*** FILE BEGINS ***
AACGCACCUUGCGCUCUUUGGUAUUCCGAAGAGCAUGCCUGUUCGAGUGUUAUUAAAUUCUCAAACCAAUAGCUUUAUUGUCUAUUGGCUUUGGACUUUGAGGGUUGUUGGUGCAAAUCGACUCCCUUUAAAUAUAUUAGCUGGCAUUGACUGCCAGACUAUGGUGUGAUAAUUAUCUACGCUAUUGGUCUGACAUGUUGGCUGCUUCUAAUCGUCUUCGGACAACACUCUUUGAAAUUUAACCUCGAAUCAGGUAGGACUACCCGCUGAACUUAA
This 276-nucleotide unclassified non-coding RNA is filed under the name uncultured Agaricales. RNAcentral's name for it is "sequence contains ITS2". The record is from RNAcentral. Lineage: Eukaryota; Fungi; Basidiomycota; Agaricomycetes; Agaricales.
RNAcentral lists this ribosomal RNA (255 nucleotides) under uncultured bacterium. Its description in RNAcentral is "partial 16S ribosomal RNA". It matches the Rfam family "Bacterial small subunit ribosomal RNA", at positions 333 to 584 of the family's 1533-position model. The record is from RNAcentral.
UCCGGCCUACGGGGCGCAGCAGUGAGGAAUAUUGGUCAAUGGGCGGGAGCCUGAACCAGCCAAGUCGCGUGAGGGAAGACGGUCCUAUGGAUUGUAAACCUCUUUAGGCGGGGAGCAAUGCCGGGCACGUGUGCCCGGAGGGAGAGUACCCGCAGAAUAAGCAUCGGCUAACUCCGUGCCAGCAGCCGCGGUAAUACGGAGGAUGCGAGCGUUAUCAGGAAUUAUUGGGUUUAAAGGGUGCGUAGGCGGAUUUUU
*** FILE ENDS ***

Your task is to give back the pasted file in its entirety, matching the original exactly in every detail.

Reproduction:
AACGCACCUUGCGCUCUUUGGUAUUCCGAAGAGCAUGCCUGUUCGAGUGUUAUUAAAUUCUCAAACCAAUAGCUUUAUUGUCUAUUGGCUUUGGACUUUGAGGGUUGUUGGUGCAAAUCGACUCCCUUUAAAUAUAUUAGCUGGCAUUGACUGCCAGACUAUGGUGUGAUAAUUAUCUACGCUAUUGGUCUGACAUGUUGGCUGCUUCUAAUCGUCUUCGGACAACACUCUUUGAAAUUUAACCUCGAAUCAGGUAGGACUACCCGCUGAACUUAA
This 276-nucleotide unclassified non-coding RNA is filed under the name uncultured Agaricales. RNAcentral's name for it is "sequence contains ITS2". The record is from RNAcentral. Lineage: Eukaryota; Fungi; Basidiomycota; Agaricomycetes; Agaricales.
RNAcentral lists this ribosomal RNA (255 nucleotides) under uncultured bacterium. Its description in RNAcentral is "partial 16S ribosomal RNA". It matches the Rfam family "Bacterial small subunit ribosomal RNA", at positions 333 to 584 of the family's 1533-position model. The record is from RNAcentral.
UCCGGCCUACGGGGCGCAGCAGUGAGGAAUAUUGGUCAAUGGGCGGGAGCCUGAACCAGCCAAGUCGCGUGAGGGAAGACGGUCCUAUGGAUUGUAAACCUCUUUAGGCGGGGAGCAAUGCCGGGCACGUGUGCCCGGAGGGAGAGUACCCGCAGAAUAAGCAUCGGCUAACUCCGUGCCAGCAGCCGCGGUAAUACGGAGGAUGCGAGCGUUAUCAGGAAUUAUUGGGUUUAAAGGGUGCGUAGGCGGAUUUUU